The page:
Tacos El Gordo

Marcelino Rascon organizes items around the kitchen in his taqueria, Tacos El Gordo, in Montrose on Tuesday, Sept. 8, 2020.

Nestled into a corner across from McDonald’s on East Main Street, and several feet away from Beer Barn II, sits Tacos El Gordo (1019 E. Main St.) a new taqueria in Montrose serving up authentic Mexican cuisine with rich flavors, including tacos, burritos, tortas, platillos and quesadillas.

Inside, you’ll find owner Marcelino Rascon, who opened the business in Montrose in early June. He originally started the business in Vernal, Utah, but later relocated to Moab with a food truck. He and his wife, Maria Lambarri, live in Grand Junction — Lambarri drives to Moab to help operate the food truck while Rascon commutes to Montrose. It’s been a good run so far for the duo and their business. Five years ago, Tacos El Gordo was named one of 12 best small locations to eat. Today, the food truck in Moab is a popular spot, and one many have praised on social media.

Lambarri, who also cooks, handles much of the preparation for the truck in Moab. Rascon, at the moment, does most of the cooking.

Tacos El Gordo 2

Saul Pantoja prepares a dish at Tacos El Gordo in Montrose.

In Montrose, Rascon is joined by Saul Pantoja, an employee and Montrose resident who works the grill and prepares orders for local customers. He was brought on within a few weeks after the location opened.

“Business has been good,” Pantoja said as he worked the grill preparing an order.

Having been open for three months now, the community is starting to learn and hear about the authentic cuisine and rich flavor at Tacos El Gordo.

But opening up the business during the COVID-19 pandemic didn’t come without its bumps.

In early March, on his way to Moab, Rascon’s truck collided with a cow, flipping the vehicle. Rascon then had to stay at home for two to three weeks. The time recovering wasn’t easy. He was eager to get back on track with a business to run in two locations.

But his return to work was quickly nixed with the pandemic shut downs underway, leaving Rascon at home for a month-and-a-half. It didn’t help that Rascone was unable to secure building permits, adding yet another obstacle.

“That was really bad luck,” he said.

However, rather than allow himself to get caught up in what ifs, Rascon kept his mind at ease, well aware the events of the past few weeks would pass.

“I was just letting the time pass. There’s nothing that you can do. You just hope things change,” Rascon said.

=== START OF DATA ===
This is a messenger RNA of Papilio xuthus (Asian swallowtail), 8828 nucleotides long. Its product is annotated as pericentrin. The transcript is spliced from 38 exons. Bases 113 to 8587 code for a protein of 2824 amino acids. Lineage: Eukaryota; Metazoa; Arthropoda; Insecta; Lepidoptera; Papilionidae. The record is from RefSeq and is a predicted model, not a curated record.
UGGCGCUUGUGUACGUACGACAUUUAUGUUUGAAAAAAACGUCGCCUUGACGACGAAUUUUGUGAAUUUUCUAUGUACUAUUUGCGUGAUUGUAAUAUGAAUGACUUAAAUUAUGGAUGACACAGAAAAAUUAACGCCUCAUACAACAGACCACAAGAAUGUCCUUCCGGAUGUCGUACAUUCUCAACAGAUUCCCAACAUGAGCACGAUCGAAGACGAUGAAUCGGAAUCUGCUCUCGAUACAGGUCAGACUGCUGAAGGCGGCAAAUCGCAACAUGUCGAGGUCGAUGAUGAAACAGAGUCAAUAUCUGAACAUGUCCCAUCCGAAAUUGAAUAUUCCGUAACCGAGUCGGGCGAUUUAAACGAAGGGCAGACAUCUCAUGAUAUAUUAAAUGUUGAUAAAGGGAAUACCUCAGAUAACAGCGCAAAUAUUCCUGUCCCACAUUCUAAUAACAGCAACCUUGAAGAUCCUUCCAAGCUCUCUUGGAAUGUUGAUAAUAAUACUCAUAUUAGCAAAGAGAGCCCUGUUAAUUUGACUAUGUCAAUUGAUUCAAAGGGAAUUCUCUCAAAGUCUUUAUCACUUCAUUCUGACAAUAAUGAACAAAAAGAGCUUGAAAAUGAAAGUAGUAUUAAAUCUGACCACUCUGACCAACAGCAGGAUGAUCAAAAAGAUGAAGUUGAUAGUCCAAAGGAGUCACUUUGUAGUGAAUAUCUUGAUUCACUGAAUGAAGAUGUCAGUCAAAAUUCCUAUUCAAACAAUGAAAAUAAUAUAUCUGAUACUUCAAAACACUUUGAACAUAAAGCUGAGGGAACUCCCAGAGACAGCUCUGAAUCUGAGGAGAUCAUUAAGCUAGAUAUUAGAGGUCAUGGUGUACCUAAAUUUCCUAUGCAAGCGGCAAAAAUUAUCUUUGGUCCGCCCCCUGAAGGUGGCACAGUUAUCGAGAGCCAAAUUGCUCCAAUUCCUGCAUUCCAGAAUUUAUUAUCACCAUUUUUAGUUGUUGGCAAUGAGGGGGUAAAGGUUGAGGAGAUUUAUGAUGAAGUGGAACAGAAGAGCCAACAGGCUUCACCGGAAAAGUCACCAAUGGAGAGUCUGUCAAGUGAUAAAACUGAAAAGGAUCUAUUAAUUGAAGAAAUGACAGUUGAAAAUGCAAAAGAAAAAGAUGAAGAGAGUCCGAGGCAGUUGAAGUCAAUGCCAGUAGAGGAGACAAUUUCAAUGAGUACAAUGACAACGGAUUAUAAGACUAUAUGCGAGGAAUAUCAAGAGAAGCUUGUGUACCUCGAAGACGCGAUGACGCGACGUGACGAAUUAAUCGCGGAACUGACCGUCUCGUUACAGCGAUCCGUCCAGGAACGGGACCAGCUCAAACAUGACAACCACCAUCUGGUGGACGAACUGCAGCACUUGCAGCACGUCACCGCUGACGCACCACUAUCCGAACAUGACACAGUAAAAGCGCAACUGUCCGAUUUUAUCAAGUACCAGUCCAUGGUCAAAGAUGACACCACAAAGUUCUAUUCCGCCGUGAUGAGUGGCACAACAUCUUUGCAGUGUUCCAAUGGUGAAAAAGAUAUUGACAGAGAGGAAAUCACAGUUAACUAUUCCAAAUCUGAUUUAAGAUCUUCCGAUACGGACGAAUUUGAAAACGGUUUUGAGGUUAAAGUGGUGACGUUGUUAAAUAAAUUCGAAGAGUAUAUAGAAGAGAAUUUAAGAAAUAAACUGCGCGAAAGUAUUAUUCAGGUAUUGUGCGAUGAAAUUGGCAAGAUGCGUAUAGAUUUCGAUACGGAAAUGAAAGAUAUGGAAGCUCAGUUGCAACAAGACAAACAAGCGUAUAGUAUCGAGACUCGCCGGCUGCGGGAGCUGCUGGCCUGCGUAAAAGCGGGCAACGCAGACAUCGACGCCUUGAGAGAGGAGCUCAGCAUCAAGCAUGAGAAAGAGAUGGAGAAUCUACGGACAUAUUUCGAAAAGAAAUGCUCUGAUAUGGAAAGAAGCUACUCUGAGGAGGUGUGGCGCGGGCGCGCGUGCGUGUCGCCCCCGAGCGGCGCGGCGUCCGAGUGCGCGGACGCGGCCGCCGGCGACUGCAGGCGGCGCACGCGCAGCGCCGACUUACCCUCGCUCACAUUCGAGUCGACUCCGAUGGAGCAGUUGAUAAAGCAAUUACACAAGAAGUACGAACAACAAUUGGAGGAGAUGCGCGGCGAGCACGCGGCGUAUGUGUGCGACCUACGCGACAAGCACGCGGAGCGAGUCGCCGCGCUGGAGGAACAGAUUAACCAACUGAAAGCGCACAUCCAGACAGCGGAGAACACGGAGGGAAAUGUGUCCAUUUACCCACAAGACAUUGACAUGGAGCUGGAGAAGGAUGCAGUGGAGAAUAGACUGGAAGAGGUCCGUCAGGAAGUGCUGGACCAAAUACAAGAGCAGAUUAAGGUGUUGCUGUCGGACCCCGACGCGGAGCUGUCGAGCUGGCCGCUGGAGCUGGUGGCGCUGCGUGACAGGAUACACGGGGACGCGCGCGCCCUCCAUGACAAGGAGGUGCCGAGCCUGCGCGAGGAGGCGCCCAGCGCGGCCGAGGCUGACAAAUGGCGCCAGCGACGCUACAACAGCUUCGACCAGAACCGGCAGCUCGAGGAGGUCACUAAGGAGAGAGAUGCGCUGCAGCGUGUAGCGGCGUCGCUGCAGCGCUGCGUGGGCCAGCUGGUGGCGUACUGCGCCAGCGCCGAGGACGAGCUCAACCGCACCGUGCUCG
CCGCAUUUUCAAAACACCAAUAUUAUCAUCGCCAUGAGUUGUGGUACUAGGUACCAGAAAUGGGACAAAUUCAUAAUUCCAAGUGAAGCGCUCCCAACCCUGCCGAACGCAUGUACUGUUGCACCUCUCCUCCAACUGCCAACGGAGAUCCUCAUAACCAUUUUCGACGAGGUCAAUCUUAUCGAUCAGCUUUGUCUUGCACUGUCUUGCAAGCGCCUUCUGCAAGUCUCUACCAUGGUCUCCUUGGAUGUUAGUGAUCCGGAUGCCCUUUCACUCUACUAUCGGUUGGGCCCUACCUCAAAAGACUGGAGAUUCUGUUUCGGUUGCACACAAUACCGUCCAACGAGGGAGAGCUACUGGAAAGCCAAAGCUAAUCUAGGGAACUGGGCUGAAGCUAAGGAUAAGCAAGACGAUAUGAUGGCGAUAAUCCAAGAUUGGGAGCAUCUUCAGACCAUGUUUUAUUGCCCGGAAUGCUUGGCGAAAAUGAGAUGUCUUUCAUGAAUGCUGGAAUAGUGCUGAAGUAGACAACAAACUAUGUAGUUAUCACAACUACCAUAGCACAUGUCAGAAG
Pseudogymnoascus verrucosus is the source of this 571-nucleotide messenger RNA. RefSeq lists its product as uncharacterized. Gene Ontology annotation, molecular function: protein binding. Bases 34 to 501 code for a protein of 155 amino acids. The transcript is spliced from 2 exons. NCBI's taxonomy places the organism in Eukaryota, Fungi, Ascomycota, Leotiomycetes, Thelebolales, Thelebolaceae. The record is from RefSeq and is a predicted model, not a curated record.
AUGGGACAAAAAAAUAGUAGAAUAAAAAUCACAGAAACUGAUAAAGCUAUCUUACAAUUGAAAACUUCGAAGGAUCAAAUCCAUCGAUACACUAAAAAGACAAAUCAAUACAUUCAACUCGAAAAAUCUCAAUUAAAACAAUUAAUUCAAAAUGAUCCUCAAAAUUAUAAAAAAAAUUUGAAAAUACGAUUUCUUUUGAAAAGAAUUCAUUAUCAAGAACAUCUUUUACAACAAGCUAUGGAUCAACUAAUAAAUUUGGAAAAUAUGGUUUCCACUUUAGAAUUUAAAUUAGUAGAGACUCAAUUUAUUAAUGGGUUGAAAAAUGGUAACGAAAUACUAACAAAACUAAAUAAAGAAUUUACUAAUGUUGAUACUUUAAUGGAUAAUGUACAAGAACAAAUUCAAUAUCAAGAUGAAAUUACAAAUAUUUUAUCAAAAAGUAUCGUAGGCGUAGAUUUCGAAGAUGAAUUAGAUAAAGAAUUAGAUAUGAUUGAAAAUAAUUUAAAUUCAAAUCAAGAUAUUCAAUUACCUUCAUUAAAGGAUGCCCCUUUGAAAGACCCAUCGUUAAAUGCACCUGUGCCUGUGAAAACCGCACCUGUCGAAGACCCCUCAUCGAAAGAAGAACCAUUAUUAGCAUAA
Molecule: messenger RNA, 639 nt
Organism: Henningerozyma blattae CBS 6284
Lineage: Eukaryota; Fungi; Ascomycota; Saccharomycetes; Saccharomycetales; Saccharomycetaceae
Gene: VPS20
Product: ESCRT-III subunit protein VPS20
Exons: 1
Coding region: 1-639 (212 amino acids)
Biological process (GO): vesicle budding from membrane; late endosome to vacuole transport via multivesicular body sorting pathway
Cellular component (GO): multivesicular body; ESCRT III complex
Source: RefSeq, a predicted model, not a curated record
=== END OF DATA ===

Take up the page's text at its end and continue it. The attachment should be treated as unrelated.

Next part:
After securing the permit, Rascon would drive down to Montrose and renovate several areas inside the building, and continues to renovate today.

Currently, he doesn’t let himself be too concerned about the inside of Tacos El Gordo, knowing well the look comes with time. Rather, he prefers the flavors and quality of his cuisine to speak for itself.

“I care about the flavor, the taste,” he said. “I don’t mind getting a Mexican-American hamburger, or Italian, Japanese — any food. If it’s good, I’ll like it. Flavor is the important thing. It’s not exactly the presentation or the fancy ways. It’s flavor. That’s what I like and most of the time what I’m looking for.”

So far, the most popular items are the $3 tacos and smothered burritos. Quesadillas, too, have been a hot item for the first few months. Tacos, however, are a high seller. With different sets of meat to choose from, including adobada, it’s become a go to for many who are looking for something quick, but done with care and authenticity.

“Everybody likes tacos,” Rascon said.

As with any taqueria, Tacos El Gordo offers a certain taste, especially with Rascon’s barbacoa, which can feature a certain set of peppers depending on what he uses, and his menudo, also done with a personal touch. The certain style is what Rascon prefers rather than emulating a traditional style. He’s focused on cooking items he likes, knowing well people will enjoy it all the same.

“If I like it, I know people will like it,” Rascon said.

With locations in two places separated by nearly three hours, operations work differently for Rascon. To provide meat for the food truck in Moab, the meat is completed in Montrose. And on Tuesday, Rascon received a call from a customer in Moab, taking his time to offer them help with directions.

Rascon hasn’t ever considered himself a cook. He just enjoys formulating a dish and serving people interested in trying his food.

“A cook is something else,” he said. “Some people really love the way I do stuff. They really make me feel comfortable. That’s one of the best things. When people come over and they smile about what they ate and they smile about the salsa, I love that.”

The food truck in Moab, which often sees 1,000 people per day, is booming in business, Rascon said. With business doing well in Utah, he hopes the same can ring true in Montrose. People haven’t arrived in droves yet, Rascon said, mostly because people aren’t clamoring to sit and eat, preferring take-out options at Tacos El Gordo and other locations. But the taqueria has made some headway, and Rascon is eager to establish roots and make the location a popular spot within the community.

“I hope this works better for us,” Rascon said.

Josue Perez is a staff writer for the Montrose Daily Press

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